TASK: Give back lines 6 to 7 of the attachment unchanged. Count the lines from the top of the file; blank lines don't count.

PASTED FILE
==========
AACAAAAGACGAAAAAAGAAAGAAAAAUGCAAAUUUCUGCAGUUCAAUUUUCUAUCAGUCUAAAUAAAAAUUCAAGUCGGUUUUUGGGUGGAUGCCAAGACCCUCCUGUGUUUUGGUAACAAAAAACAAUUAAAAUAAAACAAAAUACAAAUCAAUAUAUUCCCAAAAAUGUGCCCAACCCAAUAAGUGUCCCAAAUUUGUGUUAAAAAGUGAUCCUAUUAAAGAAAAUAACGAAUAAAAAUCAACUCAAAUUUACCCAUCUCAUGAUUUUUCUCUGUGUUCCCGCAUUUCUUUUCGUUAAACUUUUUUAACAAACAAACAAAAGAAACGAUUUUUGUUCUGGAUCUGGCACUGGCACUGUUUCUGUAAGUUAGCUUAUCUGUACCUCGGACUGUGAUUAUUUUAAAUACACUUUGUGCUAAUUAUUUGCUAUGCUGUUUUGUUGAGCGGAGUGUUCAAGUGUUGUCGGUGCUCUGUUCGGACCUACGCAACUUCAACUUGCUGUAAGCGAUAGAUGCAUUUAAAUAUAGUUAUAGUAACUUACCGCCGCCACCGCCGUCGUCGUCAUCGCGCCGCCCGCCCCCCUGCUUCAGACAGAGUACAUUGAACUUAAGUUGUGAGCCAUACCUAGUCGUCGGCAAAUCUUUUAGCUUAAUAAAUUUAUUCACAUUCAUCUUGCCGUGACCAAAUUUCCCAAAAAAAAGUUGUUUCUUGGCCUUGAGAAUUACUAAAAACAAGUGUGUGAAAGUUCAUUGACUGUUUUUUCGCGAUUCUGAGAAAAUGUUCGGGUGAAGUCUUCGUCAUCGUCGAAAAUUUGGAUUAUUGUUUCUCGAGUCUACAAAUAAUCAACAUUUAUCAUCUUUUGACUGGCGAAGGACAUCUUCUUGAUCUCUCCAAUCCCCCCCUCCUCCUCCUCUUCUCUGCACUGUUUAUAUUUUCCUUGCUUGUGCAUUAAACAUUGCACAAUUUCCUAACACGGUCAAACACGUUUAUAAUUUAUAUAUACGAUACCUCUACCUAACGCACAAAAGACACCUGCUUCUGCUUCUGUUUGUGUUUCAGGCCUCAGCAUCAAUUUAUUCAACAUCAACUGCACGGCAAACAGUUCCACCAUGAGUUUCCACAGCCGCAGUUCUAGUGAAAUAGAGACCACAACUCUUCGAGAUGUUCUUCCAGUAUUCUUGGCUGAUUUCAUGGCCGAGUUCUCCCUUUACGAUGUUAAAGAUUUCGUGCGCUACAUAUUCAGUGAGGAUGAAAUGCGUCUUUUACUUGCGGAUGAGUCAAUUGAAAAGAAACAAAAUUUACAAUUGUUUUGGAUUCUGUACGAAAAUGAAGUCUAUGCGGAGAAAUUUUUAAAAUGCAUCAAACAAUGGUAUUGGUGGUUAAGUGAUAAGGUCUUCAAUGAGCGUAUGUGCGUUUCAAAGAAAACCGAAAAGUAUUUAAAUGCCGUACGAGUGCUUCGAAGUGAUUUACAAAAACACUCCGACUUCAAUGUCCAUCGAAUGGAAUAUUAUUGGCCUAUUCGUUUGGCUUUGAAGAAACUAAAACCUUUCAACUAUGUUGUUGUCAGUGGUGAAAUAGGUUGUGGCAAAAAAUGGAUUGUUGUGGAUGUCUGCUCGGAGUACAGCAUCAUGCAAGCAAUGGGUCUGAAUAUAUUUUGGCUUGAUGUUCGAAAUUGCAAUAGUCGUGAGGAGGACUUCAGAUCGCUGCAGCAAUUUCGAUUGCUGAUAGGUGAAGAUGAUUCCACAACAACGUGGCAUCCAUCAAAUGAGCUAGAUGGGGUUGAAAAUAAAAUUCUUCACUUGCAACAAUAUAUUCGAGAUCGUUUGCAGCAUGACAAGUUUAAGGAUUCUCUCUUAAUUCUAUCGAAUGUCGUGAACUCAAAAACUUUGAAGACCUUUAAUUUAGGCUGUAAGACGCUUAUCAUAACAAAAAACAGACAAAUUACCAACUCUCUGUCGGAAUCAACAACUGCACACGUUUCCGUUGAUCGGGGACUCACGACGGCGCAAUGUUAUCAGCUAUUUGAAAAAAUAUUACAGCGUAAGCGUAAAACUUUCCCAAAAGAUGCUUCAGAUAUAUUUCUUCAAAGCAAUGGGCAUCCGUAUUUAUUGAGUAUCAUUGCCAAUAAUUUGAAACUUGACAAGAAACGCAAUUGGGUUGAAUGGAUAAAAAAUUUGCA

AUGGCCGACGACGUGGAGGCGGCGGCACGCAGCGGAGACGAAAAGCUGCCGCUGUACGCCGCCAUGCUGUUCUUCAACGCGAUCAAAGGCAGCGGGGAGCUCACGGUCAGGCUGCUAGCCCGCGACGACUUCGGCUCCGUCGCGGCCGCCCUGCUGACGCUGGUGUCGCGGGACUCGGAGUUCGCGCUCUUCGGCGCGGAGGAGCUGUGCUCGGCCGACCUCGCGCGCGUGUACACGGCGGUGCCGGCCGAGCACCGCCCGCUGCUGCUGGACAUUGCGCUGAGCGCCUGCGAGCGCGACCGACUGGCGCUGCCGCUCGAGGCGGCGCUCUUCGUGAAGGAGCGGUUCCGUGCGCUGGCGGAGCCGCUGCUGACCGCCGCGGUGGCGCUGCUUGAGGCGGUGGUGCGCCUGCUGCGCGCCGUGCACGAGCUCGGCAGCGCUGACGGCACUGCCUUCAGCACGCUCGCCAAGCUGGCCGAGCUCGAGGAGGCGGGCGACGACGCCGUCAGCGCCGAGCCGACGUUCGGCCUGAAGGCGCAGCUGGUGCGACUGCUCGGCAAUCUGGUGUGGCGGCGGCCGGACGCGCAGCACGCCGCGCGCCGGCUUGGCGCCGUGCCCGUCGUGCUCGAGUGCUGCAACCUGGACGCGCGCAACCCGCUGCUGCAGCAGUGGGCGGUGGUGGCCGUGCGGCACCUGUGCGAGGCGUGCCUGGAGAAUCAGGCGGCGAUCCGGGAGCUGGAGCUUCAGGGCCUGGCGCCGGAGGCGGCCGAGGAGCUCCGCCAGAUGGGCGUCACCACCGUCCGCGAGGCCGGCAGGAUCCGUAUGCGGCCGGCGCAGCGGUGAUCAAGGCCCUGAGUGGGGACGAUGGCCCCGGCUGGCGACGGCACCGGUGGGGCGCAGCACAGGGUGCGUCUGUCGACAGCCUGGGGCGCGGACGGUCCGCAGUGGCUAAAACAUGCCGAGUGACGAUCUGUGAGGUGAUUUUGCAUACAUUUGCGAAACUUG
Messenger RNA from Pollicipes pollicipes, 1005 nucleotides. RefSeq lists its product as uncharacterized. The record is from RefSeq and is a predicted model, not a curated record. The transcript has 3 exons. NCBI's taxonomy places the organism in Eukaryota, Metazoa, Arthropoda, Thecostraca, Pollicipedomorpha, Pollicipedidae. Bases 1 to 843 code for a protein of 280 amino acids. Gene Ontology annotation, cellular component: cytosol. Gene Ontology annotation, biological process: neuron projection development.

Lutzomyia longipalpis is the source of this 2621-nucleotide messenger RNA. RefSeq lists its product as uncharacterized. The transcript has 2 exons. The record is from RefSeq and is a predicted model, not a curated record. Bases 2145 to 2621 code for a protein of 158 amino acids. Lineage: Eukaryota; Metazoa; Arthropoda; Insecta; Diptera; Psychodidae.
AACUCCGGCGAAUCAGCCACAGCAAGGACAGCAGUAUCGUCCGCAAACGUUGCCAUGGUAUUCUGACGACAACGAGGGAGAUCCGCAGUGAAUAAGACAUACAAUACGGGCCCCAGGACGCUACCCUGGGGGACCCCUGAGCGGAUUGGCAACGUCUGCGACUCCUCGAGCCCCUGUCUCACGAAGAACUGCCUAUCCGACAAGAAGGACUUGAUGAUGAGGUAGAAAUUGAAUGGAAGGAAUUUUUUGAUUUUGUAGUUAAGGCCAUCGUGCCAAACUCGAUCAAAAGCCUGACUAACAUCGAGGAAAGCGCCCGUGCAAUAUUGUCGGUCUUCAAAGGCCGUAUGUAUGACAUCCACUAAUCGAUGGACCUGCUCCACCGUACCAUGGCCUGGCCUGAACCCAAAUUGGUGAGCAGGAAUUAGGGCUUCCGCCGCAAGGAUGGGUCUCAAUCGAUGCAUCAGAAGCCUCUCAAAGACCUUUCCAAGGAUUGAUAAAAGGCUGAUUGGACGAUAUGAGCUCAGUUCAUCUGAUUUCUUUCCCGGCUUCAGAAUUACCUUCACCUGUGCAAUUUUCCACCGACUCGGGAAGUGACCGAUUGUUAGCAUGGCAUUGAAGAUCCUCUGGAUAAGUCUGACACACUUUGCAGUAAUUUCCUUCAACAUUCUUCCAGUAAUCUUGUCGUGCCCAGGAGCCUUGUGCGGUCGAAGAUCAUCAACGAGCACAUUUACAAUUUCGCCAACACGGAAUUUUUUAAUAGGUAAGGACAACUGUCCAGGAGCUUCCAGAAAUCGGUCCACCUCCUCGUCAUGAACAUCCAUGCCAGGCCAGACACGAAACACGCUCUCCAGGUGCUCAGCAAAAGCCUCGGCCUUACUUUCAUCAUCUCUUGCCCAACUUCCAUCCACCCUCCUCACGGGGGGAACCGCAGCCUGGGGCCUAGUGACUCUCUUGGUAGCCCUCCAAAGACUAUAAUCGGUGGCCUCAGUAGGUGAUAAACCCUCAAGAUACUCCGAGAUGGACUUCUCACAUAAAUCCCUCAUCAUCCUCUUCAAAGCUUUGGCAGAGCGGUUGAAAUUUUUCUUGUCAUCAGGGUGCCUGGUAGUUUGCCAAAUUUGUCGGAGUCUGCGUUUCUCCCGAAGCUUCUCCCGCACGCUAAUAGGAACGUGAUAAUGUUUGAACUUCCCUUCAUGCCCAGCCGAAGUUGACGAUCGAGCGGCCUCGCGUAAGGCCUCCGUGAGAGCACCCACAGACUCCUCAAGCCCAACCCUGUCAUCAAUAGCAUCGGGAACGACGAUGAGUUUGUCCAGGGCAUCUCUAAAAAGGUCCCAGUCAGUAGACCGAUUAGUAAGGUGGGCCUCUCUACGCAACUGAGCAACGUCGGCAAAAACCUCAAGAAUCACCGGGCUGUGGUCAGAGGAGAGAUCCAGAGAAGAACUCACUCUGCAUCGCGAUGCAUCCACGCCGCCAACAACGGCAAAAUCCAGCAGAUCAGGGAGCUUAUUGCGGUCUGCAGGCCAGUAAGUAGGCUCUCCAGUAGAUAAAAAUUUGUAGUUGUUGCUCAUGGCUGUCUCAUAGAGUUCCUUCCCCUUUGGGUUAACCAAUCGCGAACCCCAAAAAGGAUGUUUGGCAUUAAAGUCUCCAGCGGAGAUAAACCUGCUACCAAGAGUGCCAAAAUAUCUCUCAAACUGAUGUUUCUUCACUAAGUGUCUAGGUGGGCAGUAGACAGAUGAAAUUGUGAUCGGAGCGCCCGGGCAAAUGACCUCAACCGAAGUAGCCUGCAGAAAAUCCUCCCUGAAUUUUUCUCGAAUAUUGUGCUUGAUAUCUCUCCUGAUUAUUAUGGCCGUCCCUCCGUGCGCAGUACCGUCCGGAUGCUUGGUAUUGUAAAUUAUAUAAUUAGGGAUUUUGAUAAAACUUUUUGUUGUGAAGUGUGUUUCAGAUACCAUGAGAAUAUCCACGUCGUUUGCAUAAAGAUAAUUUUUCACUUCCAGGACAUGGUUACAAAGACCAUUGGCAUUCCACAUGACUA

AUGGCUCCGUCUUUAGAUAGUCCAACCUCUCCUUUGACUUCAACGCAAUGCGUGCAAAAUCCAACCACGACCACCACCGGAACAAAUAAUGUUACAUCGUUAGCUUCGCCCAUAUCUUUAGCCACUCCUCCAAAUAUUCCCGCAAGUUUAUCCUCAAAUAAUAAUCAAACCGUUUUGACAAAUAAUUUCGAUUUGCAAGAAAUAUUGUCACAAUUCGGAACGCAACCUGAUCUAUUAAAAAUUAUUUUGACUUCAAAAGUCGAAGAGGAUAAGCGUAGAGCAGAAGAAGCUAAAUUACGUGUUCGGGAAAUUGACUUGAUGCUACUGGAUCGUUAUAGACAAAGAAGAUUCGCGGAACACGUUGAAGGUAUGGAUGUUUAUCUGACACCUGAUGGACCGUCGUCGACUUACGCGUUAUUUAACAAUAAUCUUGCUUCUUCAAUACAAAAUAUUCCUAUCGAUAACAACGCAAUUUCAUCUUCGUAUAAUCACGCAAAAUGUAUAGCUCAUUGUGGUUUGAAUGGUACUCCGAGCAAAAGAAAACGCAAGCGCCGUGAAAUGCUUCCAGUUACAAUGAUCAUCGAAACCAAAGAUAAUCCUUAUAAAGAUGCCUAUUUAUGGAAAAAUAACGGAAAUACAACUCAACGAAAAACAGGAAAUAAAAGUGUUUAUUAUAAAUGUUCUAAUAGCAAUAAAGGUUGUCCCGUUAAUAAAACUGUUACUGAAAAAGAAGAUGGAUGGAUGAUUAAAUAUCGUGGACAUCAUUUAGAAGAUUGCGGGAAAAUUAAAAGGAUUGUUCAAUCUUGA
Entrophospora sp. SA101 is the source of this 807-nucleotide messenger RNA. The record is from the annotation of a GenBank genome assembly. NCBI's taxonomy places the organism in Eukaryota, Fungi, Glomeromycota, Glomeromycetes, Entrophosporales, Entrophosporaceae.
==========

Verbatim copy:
AUGGCUCCGUCUUUAGAUAGUCCAACCUCUCCUUUGACUUCAACGCAAUGCGUGCAAAAUCCAACCACGACCACCACCGGAACAAAUAAUGUUACAUCGUUAGCUUCGCCCAUAUCUUUAGCCACUCCUCCAAAUAUUCCCGCAAGUUUAUCCUCAAAUAAUAAUCAAACCGUUUUGACAAAUAAUUUCGAUUUGCAAGAAAUAUUGUCACAAUUCGGAACGCAACCUGAUCUAUUAAAAAUUAUUUUGACUUCAAAAGUCGAAGAGGAUAAGCGUAGAGCAGAAGAAGCUAAAUUACGUGUUCGGGAAAUUGACUUGAUGCUACUGGAUCGUUAUAGACAAAGAAGAUUCGCGGAACACGUUGAAGGUAUGGAUGUUUAUCUGACACCUGAUGGACCGUCGUCGACUUACGCGUUAUUUAACAAUAAUCUUGCUUCUUCAAUACAAAAUAUUCCUAUCGAUAACAACGCAAUUUCAUCUUCGUAUAAUCACGCAAAAUGUAUAGCUCAUUGUGGUUUGAAUGGUACUCCGAGCAAAAGAAAACGCAAGCGCCGUGAAAUGCUUCCAGUUACAAUGAUCAUCGAAACCAAAGAUAAUCCUUAUAAAGAUGCCUAUUUAUGGAAAAAUAACGGAAAUACAACUCAACGAAAAACAGGAAAUAAAAGUGUUUAUUAUAAAUGUUCUAAUAGCAAUAAAGGUUGUCCCGUUAAUAAAACUGUUACUGAAAAAGAAGAUGGAUGGAUGAUUAAAUAUCGUGGACAUCAUUUAGAAGAUUGCGGGAAAAUUAAAAGGAUUGUUCAAUCUUGA
Entrophospora sp. SA101 is the source of this 807-nucleotide messenger RNA. The record is from the annotation of a GenBank genome assembly. NCBI's taxonomy places the organism in Eukaryota, Fungi, Glomeromycota, Glomeromycetes, Entrophosporales, Entrophosporaceae.